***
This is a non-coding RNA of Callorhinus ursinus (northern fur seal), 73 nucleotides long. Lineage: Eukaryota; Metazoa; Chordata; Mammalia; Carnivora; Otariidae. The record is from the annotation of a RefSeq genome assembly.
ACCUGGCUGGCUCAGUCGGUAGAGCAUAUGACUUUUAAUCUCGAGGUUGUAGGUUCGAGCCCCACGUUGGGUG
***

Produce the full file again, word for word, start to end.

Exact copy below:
This is a non-coding RNA of Callorhinus ursinus (northern fur seal), 73 nucleotides long. Lineage: Eukaryota; Metazoa; Chordata; Mammalia; Carnivora; Otariidae. The record is from the annotation of a RefSeq genome assembly.
ACCUGGCUGGCUCAGUCGGUAGAGCAUAUGACUUUUAAUCUCGAGGUUGUAGGUUCGAGCCCCACGUUGGGUG